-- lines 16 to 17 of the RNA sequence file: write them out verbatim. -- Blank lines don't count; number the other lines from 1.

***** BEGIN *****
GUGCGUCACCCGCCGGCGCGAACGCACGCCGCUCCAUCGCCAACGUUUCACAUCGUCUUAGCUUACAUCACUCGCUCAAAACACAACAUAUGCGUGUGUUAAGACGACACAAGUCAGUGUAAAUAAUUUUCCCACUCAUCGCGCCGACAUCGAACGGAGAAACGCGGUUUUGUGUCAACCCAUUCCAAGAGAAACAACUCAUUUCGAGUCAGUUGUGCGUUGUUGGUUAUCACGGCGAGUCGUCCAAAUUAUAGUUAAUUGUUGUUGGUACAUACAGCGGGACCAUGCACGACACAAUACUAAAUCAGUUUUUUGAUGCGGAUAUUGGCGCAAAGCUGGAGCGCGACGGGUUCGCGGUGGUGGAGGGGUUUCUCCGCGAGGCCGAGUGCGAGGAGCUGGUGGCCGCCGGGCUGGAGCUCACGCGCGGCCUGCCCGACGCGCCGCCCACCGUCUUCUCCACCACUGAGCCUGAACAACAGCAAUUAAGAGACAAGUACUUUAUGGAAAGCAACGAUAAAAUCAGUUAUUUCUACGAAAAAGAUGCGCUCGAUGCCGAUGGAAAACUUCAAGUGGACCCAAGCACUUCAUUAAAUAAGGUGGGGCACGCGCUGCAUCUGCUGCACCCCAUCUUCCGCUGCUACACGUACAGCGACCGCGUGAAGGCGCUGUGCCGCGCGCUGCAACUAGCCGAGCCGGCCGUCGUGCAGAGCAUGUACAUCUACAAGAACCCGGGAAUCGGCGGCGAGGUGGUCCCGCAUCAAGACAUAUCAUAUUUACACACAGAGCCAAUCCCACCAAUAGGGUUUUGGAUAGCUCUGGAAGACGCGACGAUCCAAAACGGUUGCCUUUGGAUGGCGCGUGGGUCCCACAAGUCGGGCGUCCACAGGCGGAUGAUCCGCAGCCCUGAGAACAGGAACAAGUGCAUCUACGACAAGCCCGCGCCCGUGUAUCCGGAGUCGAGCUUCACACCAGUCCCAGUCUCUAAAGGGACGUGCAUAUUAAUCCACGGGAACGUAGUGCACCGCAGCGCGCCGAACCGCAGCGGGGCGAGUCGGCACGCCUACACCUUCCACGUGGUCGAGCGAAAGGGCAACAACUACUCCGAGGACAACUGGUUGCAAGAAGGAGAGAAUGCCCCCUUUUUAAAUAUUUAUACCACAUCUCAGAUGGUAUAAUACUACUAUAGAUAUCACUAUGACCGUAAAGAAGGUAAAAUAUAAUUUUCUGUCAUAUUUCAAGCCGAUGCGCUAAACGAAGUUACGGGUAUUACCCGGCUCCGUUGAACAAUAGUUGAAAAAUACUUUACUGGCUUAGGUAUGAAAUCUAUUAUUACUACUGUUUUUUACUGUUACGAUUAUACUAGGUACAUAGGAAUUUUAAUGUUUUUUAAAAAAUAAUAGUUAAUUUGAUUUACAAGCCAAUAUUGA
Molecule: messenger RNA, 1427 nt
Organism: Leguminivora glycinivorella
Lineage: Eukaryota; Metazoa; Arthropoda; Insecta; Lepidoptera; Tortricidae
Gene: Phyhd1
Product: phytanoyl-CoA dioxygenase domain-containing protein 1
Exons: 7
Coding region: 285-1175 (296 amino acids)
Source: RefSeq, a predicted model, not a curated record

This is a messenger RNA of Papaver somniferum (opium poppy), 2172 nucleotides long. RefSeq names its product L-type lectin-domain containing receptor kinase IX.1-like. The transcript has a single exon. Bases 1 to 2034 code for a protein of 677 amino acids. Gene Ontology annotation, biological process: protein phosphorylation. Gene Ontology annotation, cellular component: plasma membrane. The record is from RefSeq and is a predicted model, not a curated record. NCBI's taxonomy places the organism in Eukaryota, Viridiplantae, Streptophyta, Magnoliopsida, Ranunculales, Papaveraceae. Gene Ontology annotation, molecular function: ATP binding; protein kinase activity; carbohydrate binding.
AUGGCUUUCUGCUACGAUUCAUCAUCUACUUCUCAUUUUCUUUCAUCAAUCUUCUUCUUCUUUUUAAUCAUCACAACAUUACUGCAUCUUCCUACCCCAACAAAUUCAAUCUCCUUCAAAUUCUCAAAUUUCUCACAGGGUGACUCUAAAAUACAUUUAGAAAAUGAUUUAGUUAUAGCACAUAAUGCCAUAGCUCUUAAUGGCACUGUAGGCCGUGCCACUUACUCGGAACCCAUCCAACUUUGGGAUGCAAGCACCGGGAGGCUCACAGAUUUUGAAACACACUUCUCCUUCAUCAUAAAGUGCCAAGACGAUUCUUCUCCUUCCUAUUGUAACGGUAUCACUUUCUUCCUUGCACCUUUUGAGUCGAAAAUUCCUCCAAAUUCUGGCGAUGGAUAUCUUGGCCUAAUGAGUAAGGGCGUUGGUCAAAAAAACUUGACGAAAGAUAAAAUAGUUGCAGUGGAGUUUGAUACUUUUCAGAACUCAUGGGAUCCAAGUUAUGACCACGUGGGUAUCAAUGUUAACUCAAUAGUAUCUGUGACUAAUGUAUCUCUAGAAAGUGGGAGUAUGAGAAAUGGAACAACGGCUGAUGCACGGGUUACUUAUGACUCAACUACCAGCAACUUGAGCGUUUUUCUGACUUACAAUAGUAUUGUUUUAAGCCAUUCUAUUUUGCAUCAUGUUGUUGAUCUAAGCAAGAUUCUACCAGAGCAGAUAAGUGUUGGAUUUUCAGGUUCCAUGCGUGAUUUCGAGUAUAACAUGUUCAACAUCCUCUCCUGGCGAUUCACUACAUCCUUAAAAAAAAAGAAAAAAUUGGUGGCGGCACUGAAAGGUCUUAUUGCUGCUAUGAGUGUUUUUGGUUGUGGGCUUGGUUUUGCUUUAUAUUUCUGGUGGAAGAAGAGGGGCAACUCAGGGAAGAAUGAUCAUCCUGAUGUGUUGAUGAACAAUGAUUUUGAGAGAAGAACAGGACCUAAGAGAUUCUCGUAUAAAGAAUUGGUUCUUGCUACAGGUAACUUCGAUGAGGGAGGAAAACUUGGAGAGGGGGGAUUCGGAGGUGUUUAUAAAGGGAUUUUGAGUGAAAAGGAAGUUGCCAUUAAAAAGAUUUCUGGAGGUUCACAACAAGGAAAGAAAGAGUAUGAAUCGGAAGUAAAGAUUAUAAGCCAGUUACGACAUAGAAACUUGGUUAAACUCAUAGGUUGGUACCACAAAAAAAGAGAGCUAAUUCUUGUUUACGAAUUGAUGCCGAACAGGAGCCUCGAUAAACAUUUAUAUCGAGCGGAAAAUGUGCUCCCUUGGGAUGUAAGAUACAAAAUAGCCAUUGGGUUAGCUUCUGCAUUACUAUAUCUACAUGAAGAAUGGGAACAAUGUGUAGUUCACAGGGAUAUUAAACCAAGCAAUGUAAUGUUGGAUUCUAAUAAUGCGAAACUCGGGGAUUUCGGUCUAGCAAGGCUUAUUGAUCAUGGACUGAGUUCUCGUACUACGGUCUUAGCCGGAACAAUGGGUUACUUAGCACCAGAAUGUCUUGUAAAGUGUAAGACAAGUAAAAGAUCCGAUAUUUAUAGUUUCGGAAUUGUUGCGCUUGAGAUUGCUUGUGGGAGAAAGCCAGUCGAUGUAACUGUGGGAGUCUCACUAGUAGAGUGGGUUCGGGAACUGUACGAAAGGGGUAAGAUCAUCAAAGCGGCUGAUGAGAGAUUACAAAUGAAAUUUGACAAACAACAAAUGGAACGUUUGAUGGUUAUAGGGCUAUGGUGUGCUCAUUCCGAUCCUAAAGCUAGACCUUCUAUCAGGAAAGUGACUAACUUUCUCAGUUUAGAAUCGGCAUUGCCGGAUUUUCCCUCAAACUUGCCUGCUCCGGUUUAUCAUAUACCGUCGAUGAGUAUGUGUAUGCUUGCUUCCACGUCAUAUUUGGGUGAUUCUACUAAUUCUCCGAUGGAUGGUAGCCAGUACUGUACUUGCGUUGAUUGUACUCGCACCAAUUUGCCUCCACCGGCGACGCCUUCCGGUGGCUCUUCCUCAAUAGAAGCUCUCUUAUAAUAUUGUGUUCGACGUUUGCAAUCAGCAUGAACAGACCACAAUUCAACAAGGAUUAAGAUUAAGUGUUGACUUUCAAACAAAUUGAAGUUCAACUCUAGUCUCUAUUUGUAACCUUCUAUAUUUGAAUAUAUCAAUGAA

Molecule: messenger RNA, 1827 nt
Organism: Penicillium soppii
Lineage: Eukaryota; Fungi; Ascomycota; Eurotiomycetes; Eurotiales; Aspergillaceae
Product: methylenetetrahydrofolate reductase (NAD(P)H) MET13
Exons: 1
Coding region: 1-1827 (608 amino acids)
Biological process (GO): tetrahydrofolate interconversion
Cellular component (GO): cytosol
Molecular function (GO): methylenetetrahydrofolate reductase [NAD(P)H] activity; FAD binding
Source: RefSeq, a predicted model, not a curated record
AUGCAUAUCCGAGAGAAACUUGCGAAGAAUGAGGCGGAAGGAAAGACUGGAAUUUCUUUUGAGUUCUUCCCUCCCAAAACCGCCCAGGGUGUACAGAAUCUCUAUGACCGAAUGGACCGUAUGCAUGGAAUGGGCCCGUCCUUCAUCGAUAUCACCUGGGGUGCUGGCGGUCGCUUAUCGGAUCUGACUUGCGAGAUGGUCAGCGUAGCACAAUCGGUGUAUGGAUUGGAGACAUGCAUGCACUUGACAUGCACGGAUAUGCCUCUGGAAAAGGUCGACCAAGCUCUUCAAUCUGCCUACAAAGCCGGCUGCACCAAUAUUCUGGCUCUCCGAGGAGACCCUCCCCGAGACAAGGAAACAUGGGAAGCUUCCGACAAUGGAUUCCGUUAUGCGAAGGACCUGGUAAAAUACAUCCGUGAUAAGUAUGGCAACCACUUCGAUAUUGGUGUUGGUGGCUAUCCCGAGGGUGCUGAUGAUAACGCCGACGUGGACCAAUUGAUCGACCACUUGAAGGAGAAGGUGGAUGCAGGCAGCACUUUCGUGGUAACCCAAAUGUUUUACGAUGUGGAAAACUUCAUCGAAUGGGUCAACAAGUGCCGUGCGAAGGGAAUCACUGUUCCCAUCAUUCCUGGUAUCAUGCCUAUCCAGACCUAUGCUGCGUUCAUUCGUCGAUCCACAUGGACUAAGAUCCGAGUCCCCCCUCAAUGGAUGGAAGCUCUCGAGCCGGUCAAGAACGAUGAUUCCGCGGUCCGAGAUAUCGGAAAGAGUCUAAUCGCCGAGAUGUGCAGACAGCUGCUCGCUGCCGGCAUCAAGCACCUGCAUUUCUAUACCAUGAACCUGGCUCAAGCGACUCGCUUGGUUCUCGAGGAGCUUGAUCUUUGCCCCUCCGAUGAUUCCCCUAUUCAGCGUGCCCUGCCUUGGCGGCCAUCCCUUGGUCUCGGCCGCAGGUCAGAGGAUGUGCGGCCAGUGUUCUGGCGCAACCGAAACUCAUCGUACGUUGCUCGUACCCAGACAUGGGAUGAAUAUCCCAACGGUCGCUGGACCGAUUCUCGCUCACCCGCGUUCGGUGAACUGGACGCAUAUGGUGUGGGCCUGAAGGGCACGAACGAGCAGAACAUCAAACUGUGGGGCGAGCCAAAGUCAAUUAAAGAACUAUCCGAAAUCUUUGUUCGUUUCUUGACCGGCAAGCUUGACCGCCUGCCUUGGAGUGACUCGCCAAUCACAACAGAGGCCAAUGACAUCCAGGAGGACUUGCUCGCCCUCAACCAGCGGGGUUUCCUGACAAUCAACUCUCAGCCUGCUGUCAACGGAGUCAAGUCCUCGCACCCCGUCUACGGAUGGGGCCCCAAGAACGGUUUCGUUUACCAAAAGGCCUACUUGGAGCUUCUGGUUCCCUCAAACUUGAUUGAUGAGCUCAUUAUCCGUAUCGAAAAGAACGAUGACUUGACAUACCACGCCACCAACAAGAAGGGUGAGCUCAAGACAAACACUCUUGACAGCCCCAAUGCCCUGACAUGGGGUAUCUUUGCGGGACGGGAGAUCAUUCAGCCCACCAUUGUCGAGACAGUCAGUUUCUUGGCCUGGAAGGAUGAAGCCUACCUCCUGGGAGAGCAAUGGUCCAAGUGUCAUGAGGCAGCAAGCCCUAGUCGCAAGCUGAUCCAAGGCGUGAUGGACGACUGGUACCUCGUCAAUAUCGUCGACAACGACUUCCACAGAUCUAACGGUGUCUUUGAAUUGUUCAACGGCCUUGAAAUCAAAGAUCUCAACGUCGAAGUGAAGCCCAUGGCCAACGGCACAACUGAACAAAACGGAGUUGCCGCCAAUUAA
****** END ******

Exons: 1
Coding region: 1-1827 (608 amino acids)